Recall the relevant portions of the free monad and cofree comonad:

newtype Cofree f a = Cofree { runCofree :: (a, f (Cofree f a)) }
newtype Free f a = Free { runFree :: Either a (f (Free f a)) }
instance Functor f => Functor (Cofree f) where
        fmap f = Cofree . (f *** fmap (fmap f)) . runCofree
instance Functor f => Functor (Free f) where
        fmap f = Free . (f +++ fmap (fmap f)) . runFree
anaC :: Functor f => (a -> f a) -> a -> Cofree f a
anaC t = Cofree . (id &&& fmap (anaC t) . t)
instance Functor f => Monad (Free f) where
        return = Free . Left
        m >>= k = (k ||| (inFree . fmap (>>= k))) (runFree m)
inFree :: f (Free f a) -> Free f a
inFree = Free . Right

Now, we can use the bizap we defined above for bifunctors to handle the (,) and Either portions and the zap function defined above to handle the nested functor, obtaining:

instance Dual f g => Dual (Cofree f) (Free g) where
        zap op (Cofree fs) (Free as) = bizap op (zap (zap op)) fs as
instance Dual f g => Dual (Free f) (Cofree g) where
        zap op (Free fs) (Cofree as) = bizap op (zap (zap op)) fs as

The most trivial example of a free monad and a cofree comonad would be the 'natural number' free monad and the 'stream' comonad, which both coincidentally can be obtained from the Identity functor -- how convenient! Its almost like I planned this.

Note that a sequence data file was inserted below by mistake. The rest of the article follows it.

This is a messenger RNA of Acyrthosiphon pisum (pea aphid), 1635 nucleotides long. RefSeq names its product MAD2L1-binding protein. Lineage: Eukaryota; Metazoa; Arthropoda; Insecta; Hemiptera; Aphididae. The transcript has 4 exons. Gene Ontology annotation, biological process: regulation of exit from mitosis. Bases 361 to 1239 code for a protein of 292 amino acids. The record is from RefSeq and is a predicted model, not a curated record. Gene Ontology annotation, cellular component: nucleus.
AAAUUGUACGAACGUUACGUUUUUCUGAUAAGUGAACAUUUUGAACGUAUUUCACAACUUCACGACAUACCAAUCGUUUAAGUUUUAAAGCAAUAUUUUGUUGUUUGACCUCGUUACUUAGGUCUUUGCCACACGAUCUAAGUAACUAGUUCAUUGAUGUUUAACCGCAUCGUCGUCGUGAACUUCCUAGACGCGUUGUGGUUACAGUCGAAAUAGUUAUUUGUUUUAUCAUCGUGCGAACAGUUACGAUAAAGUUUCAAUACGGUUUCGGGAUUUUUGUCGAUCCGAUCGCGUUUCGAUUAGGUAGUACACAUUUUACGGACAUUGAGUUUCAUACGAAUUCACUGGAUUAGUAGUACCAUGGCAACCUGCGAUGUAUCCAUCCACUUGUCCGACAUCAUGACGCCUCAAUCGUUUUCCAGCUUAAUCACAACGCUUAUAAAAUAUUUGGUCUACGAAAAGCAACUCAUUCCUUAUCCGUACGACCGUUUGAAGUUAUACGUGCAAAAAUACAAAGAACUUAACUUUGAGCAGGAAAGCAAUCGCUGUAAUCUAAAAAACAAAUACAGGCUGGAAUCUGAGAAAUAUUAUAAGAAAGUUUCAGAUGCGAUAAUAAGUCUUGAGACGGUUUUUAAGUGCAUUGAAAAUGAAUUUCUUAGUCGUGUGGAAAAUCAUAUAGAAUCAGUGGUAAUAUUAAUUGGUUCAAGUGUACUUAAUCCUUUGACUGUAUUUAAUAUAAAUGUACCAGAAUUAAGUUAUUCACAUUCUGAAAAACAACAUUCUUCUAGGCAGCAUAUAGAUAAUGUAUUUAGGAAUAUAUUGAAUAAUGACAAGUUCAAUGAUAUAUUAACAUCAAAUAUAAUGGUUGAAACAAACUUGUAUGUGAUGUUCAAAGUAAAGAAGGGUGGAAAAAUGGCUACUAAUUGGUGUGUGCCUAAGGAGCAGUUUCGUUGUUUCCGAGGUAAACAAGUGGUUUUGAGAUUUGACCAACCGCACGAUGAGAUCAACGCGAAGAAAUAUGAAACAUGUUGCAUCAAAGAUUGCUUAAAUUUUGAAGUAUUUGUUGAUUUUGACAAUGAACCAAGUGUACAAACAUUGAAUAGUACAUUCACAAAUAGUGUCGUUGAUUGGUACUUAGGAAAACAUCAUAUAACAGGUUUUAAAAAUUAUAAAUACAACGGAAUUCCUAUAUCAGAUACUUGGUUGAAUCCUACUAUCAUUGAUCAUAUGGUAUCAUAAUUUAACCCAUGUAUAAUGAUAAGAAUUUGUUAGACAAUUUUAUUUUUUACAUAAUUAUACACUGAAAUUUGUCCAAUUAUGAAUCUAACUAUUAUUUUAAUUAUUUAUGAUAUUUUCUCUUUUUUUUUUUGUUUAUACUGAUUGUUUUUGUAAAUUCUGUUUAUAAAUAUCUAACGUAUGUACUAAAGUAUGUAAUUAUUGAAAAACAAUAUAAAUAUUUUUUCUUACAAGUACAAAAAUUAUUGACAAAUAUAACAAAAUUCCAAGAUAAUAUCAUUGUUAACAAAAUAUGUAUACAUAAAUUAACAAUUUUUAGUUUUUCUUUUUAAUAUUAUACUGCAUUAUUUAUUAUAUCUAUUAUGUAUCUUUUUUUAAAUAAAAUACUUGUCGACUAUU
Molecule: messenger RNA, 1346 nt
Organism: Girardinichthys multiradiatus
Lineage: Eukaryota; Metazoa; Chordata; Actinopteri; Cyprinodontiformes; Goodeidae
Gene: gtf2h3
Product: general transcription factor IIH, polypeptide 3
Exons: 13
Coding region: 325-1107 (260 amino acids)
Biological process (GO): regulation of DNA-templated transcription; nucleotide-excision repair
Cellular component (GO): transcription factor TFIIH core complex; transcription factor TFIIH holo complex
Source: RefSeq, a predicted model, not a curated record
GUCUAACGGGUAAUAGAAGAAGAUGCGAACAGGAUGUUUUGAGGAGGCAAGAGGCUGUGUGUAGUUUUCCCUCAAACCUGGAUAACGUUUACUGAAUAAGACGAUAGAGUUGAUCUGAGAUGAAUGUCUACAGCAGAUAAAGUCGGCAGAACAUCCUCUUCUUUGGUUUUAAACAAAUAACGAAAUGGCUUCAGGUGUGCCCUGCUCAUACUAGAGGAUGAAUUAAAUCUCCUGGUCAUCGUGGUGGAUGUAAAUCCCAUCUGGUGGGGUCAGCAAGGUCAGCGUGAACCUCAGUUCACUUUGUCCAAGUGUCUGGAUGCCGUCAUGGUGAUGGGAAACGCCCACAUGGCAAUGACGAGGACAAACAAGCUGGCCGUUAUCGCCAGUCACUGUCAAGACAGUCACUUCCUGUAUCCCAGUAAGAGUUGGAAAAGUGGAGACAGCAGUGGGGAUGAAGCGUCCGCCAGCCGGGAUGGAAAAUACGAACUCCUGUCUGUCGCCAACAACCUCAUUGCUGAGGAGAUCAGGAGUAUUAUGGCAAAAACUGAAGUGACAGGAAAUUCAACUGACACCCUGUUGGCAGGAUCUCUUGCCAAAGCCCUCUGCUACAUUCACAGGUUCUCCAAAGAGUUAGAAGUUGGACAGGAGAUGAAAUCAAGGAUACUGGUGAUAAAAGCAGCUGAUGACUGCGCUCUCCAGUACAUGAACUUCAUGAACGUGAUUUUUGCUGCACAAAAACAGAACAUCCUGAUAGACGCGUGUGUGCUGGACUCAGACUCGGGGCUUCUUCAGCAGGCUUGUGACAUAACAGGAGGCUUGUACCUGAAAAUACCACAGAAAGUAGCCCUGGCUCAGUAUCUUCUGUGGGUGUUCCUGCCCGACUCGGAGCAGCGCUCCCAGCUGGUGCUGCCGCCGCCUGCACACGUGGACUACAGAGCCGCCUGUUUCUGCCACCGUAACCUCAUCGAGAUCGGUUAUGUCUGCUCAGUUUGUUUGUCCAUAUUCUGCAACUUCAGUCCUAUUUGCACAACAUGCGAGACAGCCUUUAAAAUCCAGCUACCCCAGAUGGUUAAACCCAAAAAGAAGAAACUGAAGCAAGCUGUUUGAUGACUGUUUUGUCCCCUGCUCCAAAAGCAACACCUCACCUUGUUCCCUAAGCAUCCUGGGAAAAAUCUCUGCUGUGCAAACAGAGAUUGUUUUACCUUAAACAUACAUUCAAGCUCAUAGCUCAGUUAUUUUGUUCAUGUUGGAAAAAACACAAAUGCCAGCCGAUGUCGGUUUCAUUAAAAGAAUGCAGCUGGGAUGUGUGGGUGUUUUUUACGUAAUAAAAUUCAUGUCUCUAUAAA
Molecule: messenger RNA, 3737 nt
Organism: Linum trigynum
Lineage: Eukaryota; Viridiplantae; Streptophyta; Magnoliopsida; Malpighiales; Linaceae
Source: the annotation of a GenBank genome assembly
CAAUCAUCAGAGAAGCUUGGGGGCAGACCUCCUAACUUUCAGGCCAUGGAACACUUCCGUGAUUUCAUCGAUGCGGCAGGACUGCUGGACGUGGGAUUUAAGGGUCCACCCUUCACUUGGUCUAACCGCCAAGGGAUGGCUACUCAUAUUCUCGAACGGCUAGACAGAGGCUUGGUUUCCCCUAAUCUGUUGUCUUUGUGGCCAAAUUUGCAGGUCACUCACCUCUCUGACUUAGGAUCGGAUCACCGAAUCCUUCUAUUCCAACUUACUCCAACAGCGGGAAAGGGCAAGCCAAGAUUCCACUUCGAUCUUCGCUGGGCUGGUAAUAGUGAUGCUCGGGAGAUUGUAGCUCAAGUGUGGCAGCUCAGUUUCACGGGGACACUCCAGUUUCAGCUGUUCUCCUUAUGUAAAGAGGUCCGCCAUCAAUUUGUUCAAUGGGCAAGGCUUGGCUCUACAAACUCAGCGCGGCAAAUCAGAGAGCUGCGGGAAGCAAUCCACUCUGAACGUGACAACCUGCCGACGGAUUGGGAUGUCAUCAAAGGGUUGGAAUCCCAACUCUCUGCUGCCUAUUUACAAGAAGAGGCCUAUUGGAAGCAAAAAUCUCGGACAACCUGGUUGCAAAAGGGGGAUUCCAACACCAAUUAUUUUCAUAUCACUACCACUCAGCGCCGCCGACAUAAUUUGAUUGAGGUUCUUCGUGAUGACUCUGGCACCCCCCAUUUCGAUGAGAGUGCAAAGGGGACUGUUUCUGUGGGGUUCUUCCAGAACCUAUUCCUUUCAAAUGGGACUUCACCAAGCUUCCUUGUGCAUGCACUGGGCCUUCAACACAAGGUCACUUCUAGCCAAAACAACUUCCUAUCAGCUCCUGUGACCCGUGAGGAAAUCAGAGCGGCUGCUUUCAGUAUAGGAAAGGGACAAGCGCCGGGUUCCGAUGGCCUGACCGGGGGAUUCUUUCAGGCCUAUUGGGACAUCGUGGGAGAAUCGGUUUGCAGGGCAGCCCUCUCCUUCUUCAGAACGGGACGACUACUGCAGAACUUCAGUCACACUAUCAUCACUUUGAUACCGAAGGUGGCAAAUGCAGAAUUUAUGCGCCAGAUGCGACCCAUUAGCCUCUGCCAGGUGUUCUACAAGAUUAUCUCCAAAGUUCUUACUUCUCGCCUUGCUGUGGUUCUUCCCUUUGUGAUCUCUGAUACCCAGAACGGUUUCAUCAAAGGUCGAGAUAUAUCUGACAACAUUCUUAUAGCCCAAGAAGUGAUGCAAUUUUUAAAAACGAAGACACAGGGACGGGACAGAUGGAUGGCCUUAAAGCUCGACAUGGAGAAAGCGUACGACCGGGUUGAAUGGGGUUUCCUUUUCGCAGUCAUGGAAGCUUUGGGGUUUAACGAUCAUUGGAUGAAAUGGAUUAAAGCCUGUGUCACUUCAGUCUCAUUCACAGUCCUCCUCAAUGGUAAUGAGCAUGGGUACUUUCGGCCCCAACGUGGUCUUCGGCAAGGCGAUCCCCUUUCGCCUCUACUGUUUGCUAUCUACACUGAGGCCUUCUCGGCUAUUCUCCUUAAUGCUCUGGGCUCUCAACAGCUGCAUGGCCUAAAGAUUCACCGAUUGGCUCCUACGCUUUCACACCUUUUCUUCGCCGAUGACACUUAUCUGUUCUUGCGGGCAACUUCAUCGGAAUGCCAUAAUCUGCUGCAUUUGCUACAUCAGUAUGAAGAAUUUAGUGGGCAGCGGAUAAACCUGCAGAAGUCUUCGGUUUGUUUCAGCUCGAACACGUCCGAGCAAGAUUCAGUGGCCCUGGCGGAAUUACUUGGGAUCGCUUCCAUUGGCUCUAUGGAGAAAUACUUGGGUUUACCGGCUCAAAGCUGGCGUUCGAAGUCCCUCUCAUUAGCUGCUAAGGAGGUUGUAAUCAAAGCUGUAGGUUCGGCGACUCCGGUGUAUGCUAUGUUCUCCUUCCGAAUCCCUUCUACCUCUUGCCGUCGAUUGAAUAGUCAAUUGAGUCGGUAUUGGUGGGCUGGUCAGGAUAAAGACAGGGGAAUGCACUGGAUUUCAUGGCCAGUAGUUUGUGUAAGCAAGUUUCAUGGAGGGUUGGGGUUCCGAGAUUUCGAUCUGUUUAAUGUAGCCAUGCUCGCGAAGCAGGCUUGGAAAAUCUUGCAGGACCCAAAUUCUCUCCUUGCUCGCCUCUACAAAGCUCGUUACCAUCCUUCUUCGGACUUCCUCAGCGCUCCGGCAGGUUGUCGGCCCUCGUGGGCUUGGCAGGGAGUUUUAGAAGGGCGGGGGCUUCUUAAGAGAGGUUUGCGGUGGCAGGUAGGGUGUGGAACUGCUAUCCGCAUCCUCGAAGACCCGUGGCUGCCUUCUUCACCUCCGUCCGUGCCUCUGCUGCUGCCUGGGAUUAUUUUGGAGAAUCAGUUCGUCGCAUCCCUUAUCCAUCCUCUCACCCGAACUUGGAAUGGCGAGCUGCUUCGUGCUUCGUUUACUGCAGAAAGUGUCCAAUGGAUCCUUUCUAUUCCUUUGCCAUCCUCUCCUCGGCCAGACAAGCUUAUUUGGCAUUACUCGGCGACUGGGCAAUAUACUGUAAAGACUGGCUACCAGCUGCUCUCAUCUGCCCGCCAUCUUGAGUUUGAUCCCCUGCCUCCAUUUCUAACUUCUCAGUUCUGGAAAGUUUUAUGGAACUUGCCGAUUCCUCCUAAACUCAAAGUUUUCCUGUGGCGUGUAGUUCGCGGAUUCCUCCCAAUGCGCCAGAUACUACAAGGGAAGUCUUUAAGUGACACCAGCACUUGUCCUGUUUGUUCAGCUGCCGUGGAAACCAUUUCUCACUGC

type Nat a = Free Identity a
type Stream a = Cofree Identity a

We can define a successor function for our Naturals:

suck :: Nat a -> Nat a
suck = inFree . Identity

And we can build up a stream of integers, just to have a stream to search through:

ints :: Stream Int
ints = anaC (return . (+1)) 0

Then we can look at the nth element of the stream, by annihilating it with a free monad of the dual of its base functor.

In other words, we can ask for the element at a position that is given as a natural number!

two :: Int
two = suck (suck (return id)) >$< ints

And by duality we can take a stream of functions, and use it to annihilate a Nat functor wrapped around a value. Another exercise for the reader.

These are of course the simplest example of a free monad and a cofree comonad, but it works for any dualizable construction.

i.e. Given a binary tree containing values you index with a path into the tree. If your tree is potentially non-infinite then your path has to be decorated with functions in order to handle potential leaves. If your path is non-infinite then your tree has to be decorated with values. The types enforce that you'll either return bottom or find a single value at some point.

Two functors enter, one value leaves.